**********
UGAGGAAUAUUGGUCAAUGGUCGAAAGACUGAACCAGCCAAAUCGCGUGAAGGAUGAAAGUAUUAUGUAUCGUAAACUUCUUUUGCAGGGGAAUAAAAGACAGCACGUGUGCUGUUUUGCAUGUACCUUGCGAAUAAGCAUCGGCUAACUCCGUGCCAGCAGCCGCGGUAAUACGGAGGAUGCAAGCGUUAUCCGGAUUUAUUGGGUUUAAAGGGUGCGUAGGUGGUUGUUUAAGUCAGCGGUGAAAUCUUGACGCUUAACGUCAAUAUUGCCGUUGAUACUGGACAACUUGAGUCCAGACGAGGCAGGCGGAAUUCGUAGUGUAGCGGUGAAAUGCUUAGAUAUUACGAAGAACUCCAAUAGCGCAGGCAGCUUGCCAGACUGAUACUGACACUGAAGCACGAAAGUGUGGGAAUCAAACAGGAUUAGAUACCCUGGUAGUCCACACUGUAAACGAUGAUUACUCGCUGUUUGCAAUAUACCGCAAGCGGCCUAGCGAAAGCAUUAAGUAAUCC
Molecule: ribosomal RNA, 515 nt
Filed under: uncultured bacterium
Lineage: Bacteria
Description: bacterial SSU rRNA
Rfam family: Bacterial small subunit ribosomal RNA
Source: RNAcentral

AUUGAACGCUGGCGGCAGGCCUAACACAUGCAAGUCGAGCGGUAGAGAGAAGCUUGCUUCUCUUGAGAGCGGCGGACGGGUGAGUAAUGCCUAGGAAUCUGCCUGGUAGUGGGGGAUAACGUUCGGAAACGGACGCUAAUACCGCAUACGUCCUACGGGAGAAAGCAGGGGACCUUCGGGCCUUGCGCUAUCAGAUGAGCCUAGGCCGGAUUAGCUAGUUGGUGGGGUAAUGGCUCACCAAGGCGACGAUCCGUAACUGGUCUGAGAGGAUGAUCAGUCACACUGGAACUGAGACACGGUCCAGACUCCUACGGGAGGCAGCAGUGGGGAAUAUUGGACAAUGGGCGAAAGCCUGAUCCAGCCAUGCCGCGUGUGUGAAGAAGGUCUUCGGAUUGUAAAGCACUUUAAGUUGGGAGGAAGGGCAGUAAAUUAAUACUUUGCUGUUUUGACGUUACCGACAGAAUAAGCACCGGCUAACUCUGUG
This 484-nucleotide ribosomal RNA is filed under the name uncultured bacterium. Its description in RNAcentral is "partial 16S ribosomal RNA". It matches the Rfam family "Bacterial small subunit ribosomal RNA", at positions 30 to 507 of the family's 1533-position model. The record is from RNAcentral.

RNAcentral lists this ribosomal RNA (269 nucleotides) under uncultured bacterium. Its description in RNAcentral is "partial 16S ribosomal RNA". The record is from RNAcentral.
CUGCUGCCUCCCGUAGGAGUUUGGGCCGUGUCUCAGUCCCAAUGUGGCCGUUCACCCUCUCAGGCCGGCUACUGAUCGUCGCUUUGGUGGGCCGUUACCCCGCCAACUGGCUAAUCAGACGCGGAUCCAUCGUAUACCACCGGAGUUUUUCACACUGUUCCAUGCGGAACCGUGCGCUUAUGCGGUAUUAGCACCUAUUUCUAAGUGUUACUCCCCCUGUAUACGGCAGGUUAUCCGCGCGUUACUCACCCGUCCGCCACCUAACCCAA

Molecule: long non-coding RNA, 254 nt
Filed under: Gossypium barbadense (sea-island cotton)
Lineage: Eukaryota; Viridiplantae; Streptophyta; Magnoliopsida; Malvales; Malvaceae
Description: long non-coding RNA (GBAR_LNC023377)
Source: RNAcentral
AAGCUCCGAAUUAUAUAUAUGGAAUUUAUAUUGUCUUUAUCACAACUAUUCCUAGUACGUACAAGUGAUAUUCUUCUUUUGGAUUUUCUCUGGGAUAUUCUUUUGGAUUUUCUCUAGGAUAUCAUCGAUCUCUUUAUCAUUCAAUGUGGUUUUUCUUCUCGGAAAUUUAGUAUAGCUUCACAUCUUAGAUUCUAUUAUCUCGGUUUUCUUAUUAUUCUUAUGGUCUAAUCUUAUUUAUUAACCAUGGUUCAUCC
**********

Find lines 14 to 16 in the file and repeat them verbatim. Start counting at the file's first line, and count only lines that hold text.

Lineage: Eukaryota; Viridiplantae; Streptophyta; Magnoliopsida; Malvales; Malvaceae
Description: long non-coding RNA (GBAR_LNC023377)
Source: RNAcentral